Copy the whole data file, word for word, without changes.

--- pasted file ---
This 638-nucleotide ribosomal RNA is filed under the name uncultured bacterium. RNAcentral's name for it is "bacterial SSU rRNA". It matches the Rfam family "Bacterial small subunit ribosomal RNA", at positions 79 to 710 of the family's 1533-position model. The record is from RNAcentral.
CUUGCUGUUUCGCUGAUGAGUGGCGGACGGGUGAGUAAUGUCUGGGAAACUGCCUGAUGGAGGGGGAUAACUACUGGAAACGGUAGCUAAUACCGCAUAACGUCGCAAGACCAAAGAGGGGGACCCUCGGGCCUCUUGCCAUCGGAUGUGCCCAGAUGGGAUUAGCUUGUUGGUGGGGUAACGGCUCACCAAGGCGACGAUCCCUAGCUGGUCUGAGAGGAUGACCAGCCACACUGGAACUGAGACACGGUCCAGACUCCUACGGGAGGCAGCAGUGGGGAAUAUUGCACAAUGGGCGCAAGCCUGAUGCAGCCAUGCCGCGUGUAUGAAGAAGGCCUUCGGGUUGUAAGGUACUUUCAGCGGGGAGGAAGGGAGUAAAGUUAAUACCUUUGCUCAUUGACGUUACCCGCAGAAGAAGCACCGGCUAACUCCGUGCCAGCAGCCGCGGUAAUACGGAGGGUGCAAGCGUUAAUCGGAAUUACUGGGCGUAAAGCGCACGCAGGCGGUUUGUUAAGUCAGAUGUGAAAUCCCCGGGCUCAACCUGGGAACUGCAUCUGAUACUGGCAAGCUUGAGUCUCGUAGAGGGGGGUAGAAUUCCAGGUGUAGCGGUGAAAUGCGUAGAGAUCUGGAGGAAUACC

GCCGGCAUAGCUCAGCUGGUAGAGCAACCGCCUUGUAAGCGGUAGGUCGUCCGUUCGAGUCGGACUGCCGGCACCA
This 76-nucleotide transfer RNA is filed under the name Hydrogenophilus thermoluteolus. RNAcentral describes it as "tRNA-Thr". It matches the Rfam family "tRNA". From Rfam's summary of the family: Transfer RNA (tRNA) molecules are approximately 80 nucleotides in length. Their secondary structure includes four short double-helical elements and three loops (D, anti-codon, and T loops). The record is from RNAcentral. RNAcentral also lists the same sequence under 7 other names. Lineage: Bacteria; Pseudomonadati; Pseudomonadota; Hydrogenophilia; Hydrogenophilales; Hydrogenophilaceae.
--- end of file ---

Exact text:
This 638-nucleotide ribosomal RNA is filed under the name uncultured bacterium. RNAcentral's name for it is "bacterial SSU rRNA". It matches the Rfam family "Bacterial small subunit ribosomal RNA", at positions 79 to 710 of the family's 1533-position model. The record is from RNAcentral.
CUUGCUGUUUCGCUGAUGAGUGGCGGACGGGUGAGUAAUGUCUGGGAAACUGCCUGAUGGAGGGGGAUAACUACUGGAAACGGUAGCUAAUACCGCAUAACGUCGCAAGACCAAAGAGGGGGACCCUCGGGCCUCUUGCCAUCGGAUGUGCCCAGAUGGGAUUAGCUUGUUGGUGGGGUAACGGCUCACCAAGGCGACGAUCCCUAGCUGGUCUGAGAGGAUGACCAGCCACACUGGAACUGAGACACGGUCCAGACUCCUACGGGAGGCAGCAGUGGGGAAUAUUGCACAAUGGGCGCAAGCCUGAUGCAGCCAUGCCGCGUGUAUGAAGAAGGCCUUCGGGUUGUAAGGUACUUUCAGCGGGGAGGAAGGGAGUAAAGUUAAUACCUUUGCUCAUUGACGUUACCCGCAGAAGAAGCACCGGCUAACUCCGUGCCAGCAGCCGCGGUAAUACGGAGGGUGCAAGCGUUAAUCGGAAUUACUGGGCGUAAAGCGCACGCAGGCGGUUUGUUAAGUCAGAUGUGAAAUCCCCGGGCUCAACCUGGGAACUGCAUCUGAUACUGGCAAGCUUGAGUCUCGUAGAGGGGGGUAGAAUUCCAGGUGUAGCGGUGAAAUGCGUAGAGAUCUGGAGGAAUACC

GCCGGCAUAGCUCAGCUGGUAGAGCAACCGCCUUGUAAGCGGUAGGUCGUCCGUUCGAGUCGGACUGCCGGCACCA
This 76-nucleotide transfer RNA is filed under the name Hydrogenophilus thermoluteolus. RNAcentral describes it as "tRNA-Thr". It matches the Rfam family "tRNA". From Rfam's summary of the family: Transfer RNA (tRNA) molecules are approximately 80 nucleotides in length. Their secondary structure includes four short double-helical elements and three loops (D, anti-codon, and T loops). The record is from RNAcentral. RNAcentral also lists the same sequence under 7 other names. Lineage: Bacteria; Pseudomonadati; Pseudomonadota; Hydrogenophilia; Hydrogenophilales; Hydrogenophilaceae.